Holiday marketing. Gross.
As consumers, we’re pretty skeptical of brands around this time of year. We all know they’re trying to get us in their stores and onto their websites with wallets open and credit cards out. We know they’re trying to capitalize on all the mixed up emotions that come with the holidays. Damn them.
Holiday marketing. Gross.
Often, holiday marketing efforts are easy to ignore; they’re cliche and uninteresting. The message doesn’t connect with us. It’s not funny. It doesn’t make us think—at least about something other than the fear of choosing gifts that prompt an awkward “Ooooh. I love it. No really. And what do I use this for?”
But there are some brands out there getting holiday marketing right. They’re finding ways to stand out, either because they surprise us and hit the funny nail on the head, or because their messages are rooted in something deeper than your wallet. Here are a few.
Patagonia Tells You Not to Buy New Stuff
Last year’s Worn Wear campaign encouraged buyers to think twice before purchasing something new. It was a celebration of fixing the items we already own, as opposed to buying something new. And this year, Patagonia is taking a step further.
Patagonia partnered with an app called yerdle. Yerdle allows users to give and receive items for free or for store credit. The two companies are joining forces for the holidays to encourage people to, as yerdle puts it, “either love what you own, or pass it along to someone who will.” Basically, you can either join in the traditional Worn Wear Swap, where you bring in used Patagonia clothing and exchange it for something off the Worn Wear Rack, or if you don’t like the selection, you can exchange your used item for yerdle credits which you can then use on their site/app to buy the things you need by searching through things posted by other yerdle users.
A call-out on consumerism, and an assertion of values: this is why fans of Patagonia are brand-loyal.
Brands Close Their Doors on Thanksgiving
And when it comes to retailers, there’s a push to remain closed on Thanksgiving Day. Why? Like Patagonia, a few companies are connecting with buyers over shared values.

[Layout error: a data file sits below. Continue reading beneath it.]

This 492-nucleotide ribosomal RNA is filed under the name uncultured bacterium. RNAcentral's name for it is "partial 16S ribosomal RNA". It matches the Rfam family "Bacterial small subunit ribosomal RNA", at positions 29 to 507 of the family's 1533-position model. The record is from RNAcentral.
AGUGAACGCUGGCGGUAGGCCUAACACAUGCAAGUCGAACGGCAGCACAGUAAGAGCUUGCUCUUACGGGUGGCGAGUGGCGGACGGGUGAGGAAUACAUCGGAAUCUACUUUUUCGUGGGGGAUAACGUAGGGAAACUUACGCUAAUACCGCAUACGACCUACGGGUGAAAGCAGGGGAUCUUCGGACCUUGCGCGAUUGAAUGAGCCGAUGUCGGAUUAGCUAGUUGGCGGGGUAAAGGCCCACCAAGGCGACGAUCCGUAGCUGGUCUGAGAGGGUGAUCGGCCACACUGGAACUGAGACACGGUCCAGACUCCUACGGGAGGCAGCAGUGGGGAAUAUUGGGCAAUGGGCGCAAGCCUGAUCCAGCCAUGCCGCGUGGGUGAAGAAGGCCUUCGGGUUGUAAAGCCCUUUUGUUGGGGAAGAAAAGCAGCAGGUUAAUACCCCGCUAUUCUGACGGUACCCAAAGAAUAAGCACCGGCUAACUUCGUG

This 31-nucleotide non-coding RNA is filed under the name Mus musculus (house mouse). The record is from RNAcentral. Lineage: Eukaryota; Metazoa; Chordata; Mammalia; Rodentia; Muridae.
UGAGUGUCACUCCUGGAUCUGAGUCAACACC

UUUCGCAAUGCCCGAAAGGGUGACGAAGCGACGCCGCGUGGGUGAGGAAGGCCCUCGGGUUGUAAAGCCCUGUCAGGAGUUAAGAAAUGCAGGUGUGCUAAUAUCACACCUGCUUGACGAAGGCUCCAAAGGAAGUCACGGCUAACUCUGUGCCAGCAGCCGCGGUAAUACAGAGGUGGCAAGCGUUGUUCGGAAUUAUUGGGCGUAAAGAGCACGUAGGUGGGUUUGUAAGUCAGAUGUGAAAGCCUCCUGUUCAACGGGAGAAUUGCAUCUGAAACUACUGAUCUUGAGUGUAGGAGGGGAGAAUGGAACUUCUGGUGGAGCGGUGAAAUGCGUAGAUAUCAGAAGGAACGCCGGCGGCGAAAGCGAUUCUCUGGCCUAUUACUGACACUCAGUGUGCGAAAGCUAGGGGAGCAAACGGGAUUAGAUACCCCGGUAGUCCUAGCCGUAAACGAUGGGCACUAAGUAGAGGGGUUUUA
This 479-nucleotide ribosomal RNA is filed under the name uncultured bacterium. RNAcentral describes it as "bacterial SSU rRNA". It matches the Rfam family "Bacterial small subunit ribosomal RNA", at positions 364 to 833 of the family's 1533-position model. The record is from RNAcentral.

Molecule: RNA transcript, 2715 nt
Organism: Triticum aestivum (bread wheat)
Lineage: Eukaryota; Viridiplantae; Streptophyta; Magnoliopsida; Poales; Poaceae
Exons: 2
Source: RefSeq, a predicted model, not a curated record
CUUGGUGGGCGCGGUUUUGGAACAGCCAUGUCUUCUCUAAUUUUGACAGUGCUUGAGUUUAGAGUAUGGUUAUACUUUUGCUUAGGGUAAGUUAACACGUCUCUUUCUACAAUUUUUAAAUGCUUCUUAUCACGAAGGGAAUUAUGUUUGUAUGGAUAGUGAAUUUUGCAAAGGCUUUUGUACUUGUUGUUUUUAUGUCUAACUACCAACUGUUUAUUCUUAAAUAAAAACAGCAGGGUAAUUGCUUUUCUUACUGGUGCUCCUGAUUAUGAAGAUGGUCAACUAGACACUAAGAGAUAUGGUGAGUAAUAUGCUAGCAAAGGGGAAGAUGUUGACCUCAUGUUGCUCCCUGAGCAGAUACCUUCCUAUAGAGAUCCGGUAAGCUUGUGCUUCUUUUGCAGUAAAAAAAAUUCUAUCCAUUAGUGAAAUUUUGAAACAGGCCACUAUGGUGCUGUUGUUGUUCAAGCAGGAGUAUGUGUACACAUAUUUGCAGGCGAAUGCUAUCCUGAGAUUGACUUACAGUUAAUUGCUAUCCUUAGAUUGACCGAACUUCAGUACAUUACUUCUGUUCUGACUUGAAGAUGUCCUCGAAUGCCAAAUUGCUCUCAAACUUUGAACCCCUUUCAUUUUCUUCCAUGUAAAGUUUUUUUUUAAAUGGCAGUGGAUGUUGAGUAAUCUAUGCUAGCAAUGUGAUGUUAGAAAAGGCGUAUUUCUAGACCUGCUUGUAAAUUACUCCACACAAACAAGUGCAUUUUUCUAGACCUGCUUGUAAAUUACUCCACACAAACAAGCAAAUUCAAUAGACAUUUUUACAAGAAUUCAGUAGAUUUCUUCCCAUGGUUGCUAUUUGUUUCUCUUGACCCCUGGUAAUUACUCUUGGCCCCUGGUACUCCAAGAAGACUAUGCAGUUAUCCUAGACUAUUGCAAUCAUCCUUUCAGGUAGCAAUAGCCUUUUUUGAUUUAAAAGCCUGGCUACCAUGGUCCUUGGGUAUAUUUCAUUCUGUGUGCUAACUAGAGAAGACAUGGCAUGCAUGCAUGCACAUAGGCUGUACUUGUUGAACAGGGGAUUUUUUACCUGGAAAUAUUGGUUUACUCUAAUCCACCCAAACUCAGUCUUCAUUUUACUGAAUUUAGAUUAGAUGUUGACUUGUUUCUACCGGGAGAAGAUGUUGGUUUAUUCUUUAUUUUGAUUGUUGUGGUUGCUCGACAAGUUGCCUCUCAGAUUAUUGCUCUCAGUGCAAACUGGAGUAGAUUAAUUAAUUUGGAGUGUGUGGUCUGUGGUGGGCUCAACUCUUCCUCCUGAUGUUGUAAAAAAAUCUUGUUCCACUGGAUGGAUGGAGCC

I’m not naive. I know companies expect some returns on these warm fuzzies. There’s certainly a marketing and revenue benefit here.
These companies are playing the long game, using this Thanksgiving holiday to market their values instead of their products.
McSweeney’s Drops the F-Bomb, Many Times
*Note: If swear-word explosions shock your system, don’t click on the links in this next paragraph. This is your warning. I don’t want to be responsible, and also, I’ll feel bad about it. My holiday spirit is at stake here, people.
In one of my favorite emails of fall, McSweeney’s marketed a mug. But this isn’t any mug. It celebrates two things that—you would think—go together like nuts and gum, but are actually a perfect match: gourds and the f-bomb.
Once the initial shock of seeing a brand market to me with expletives wore off, it was replaced by gleeful giggles. And not only did I immediately click-through to the purchase page, but I clicked on the link in the mug’s description. It took me to “I f***ing love fall.” And I was rewarded with an even more irreverent post about fall, gourds, and a glorious weaving together of words brands normally avoid.
I forwarded the email to my friends. I also sent them the link to the article. And as I write this, the $12 mugs are completely sold out.
This can be a risky play for some brands. McSweeney’s, though, knows its audience. And the risk paid off. They captured attention and hearts with a little shock and a lot of swearing, and I, for one, now open every email they send me with hopeful anticipation.
Moosejaw Tweets Something Very Random and Very Hilarious
This, to our knowledge, is the only Thanksgiving marketing we could find from the clothing company Moosejaw. And we think it’s hilarious.
Moosejaw understands that they don’t necessarily need to market their products over Thanksgiving, but if you give buyers a taste of your humor and personality (and also the opportunity to ponder a very deep question), you’re going to stick in their brains when they do think about where they’re going to shop over the holidays.
We applaud this tactic—and appreciate the unforgettable picture of 10 turkey-sized horses now burned into our imaginations.
Disigual Gets Folks Naked
This season, Disigual is marketing to the outrageous. They tapped into a powerful concept, something many people connect with. They gave buyers the opportunity to do something a little crazy and exciting: get naked.
The pitch is, first 100 people to show up at their store naked, get completely outfitted for free.
People like to tell stories. Their own stories. And showing up half-naked (or fully nude) in public could certainly elicit a story or two: a status update on Facebook, an Instagram post, and probably lots of local news stories. How many people are actually doing this for the clothes? I’m gonna say the free outfit is an incentive that’s about half as exciting as telling your friends you showed up cold and in your skivvies with other wild and crazy folks.
They gave people a chance to do something outside most of our comfort zones, and they gave them an incentive and a community to do it with.
As marketers, we notice these kinds of campaigns—because they’re different, and sometimes powerful. They make us laugh and raise our eyebrows. They connect. And no, they aren’t for everyone, and I’m sure a few of them get some flack from folks. But even if you hate the f-word and gourds, there are a lot of people buying that mug.
So happy f***ing holidays. And keep your eyes open for the good, the bad, and the ugly marketing this season. ‘Tis all around.